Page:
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    Start Your Engines — Spring 2010 | Out Here Magazine

    It might be a good idea to start the lawn and garden season with a fresh spark plug, to keep your small engines starting up quickly and easily.

    A little maintenance can keep your power equipment running

    By Noble Sprayberry
    Photography by Jeff Fraizer

    The cough, cough and fatal chug of a misbehaving gas-powered motor can turn spring lawn work into hours of frustrating troubleshooting. Is the problem the spark plug? Maybe a clogged air filter? Is another culprit to blame?

    Fortunately, avoiding problems all together is often as easy as a bit of forethought and a perusal of the owner's manual.

    "If you follow the maintenance procedures outlined by the manufacturer, your power equipment will last for years and give you trouble-free service," says Mike Barnett, service marketing manager for Briggs & Stratton in Milwaukee.

    Isolating a problem with the first crank of the season should take one focus: fuel.

    If you've ever wondered why your lawn mower is difficult to start the first time you use it in the spring mowing season, chances are the fuel in your gas tank is stale, Barnett says. Over time, untreated gasoline breaks down and no longer does its job.

    Pouring a measured amount of a fuel stabilizer into the gasoline mix can keep the fuel from going bad. The cost for stabilizer can be a low as 50 cents per tank treated, saving a pricey visit to a repair shop, Barnett says.

    Some people, however, do choose to drain the gas from the tank. This might solve one problem — stale fuel in the tank — but it doesn't remove fuel left in the carburetor bowl. This fuel can go stale and cause hard starting, Barnett says.

    "The best option is to add the correct amount of fuel stabilizer to the fuel tank before storing your equipment in the fall," he says.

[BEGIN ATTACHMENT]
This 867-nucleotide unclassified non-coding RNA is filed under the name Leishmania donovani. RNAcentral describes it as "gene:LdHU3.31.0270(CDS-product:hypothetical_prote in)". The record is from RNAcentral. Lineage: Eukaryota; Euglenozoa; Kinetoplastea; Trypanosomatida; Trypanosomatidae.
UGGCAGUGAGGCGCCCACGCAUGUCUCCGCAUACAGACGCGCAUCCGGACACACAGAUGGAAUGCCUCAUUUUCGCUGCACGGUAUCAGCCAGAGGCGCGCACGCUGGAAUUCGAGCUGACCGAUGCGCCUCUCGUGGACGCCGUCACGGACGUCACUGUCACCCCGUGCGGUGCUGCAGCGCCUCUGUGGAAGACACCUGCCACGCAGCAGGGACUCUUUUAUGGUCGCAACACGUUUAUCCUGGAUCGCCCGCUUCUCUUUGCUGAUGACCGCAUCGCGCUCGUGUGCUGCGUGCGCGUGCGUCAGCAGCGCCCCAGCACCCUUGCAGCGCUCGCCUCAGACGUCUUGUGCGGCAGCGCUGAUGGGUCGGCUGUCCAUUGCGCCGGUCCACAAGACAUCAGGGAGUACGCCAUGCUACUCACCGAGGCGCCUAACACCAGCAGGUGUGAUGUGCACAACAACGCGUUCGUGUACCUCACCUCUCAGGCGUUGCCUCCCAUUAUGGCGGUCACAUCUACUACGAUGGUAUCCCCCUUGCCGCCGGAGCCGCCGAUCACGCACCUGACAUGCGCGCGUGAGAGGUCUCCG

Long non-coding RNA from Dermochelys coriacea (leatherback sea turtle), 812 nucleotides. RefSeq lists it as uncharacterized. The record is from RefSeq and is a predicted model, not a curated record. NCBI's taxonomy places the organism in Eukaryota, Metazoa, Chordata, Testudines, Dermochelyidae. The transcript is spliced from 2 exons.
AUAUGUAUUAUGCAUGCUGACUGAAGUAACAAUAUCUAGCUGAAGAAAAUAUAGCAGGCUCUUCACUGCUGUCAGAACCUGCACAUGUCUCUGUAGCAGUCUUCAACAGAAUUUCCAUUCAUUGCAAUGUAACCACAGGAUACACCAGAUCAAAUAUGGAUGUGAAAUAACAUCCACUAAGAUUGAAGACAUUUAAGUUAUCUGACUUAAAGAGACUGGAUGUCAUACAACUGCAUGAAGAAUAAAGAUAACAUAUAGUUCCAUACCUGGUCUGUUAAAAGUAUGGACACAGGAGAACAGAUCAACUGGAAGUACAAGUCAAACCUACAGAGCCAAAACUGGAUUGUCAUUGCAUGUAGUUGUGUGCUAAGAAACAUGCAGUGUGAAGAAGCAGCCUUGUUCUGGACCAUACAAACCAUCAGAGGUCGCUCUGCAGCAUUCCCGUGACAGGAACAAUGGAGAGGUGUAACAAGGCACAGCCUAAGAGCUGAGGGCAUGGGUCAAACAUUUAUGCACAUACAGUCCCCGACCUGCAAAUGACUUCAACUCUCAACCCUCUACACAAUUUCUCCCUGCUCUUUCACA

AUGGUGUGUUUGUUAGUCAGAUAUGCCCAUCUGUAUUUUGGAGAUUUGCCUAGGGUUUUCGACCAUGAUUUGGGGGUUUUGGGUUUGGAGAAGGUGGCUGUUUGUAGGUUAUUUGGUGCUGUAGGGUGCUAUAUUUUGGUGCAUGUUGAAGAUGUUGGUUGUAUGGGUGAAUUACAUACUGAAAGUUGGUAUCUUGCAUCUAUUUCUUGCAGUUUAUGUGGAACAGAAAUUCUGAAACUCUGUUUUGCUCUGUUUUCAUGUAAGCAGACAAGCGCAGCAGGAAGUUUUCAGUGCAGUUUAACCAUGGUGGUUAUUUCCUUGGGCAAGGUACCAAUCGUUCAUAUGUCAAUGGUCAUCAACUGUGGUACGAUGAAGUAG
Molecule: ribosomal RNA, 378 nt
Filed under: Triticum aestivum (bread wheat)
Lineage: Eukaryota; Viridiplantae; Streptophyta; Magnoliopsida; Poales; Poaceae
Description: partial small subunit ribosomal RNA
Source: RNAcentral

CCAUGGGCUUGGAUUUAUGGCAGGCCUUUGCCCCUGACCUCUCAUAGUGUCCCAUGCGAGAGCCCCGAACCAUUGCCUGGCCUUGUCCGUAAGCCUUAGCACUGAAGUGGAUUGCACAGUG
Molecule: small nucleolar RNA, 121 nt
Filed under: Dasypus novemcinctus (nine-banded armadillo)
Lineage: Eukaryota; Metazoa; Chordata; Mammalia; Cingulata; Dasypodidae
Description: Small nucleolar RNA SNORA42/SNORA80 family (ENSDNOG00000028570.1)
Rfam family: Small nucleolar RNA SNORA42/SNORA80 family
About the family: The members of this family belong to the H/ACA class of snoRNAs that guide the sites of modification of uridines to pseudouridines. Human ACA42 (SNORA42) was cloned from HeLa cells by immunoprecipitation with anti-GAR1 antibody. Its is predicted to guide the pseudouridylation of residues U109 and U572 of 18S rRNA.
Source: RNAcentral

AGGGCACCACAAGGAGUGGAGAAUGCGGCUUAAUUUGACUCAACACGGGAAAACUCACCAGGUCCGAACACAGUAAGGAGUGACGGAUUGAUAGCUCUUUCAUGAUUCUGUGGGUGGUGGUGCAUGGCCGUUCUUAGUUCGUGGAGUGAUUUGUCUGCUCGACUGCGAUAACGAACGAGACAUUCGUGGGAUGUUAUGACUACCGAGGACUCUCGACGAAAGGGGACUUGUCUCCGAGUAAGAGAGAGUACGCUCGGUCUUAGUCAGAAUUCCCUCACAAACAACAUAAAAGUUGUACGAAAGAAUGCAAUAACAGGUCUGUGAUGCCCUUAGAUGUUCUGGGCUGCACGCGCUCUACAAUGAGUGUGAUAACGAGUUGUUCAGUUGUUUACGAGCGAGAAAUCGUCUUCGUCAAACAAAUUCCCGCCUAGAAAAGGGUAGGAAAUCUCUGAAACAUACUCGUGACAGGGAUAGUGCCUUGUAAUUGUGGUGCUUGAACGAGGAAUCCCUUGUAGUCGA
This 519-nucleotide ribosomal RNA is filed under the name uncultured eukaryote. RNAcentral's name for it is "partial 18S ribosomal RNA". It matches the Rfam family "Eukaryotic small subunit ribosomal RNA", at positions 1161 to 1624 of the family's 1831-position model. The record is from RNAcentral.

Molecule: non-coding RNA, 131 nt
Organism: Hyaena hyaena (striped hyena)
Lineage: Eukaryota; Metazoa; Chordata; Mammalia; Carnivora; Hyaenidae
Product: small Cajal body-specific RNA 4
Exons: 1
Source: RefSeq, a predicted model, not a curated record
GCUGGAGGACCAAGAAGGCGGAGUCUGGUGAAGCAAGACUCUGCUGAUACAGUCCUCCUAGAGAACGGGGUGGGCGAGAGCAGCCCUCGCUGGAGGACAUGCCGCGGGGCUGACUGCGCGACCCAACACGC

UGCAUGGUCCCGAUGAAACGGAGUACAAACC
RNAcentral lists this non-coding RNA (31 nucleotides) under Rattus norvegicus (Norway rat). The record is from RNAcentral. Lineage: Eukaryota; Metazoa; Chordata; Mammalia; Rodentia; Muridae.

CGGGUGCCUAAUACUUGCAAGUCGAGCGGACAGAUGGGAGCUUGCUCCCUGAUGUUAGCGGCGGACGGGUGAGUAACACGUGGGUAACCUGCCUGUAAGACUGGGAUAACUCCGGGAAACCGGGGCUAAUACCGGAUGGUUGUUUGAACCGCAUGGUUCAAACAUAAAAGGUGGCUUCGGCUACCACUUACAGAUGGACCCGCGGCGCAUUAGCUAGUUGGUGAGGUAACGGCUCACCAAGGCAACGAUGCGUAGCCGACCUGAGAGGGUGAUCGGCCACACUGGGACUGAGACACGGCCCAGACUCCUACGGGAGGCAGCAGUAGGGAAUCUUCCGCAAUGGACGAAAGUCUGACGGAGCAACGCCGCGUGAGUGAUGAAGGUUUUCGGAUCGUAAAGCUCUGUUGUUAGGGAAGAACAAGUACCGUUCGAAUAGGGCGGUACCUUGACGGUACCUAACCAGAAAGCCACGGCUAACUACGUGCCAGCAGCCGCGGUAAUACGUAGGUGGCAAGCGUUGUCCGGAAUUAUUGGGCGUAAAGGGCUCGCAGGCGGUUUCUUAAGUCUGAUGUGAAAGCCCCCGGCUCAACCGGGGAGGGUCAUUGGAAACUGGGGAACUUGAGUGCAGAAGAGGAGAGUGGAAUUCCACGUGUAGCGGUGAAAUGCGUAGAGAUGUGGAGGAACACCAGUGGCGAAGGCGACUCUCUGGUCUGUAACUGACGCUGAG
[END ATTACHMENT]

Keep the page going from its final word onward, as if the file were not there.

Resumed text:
A handful of other preventive measures will help keep your engine running at peak performance and extend the life of the equipment.

    Change the air filter according to the recommended schedule, Barnett says. Also, replace the oil, a chore that should be completed at least once a season or for every 25 hours of use.

     

    Engine manufacturers sell maintenance kits complete with the correct oil for each tool — Briggs & Stratton, for example, sells tune-up kits containing fuel stabilizer, spark plug, filter, and oil — although oil can be purchased separately. Also, be sure to recycle used oil at a licensed oil collection location, such as your local Tractor Supply store.

     

    Finally, remember to change the spark plug, one of the easiest solutions for hitch-free starts. Like oil, a spark plug should be changed once every season, Barnett says.

     

    Remember, the gap in the end of the spark plug — the space where the spark forms — must be adjusted to each engine's specifications. Manufacturers' maintenance kits generally include "pre-gapped" plugs for a specific model.

     

    As a bonus, proper engine maintenance reduces engine emission, which is good for the environment. But don't let pre-chore maintenance create new problems for you or your lawn mower.

     

    When servicing the underside of a mower deck, for example, always position the mower with the air-filter side up. Otherwise, oil might drain into the filter, preventing the engine from starting. And always detach the spark plug to keep the engine from starting accidentally.

     

    "By you spending a half-hour of your time," Barnett says, "you're going to save money, have better performance, and it's going to be good for the environment."

     

    Noble Sprayberry is a Phoenix writer.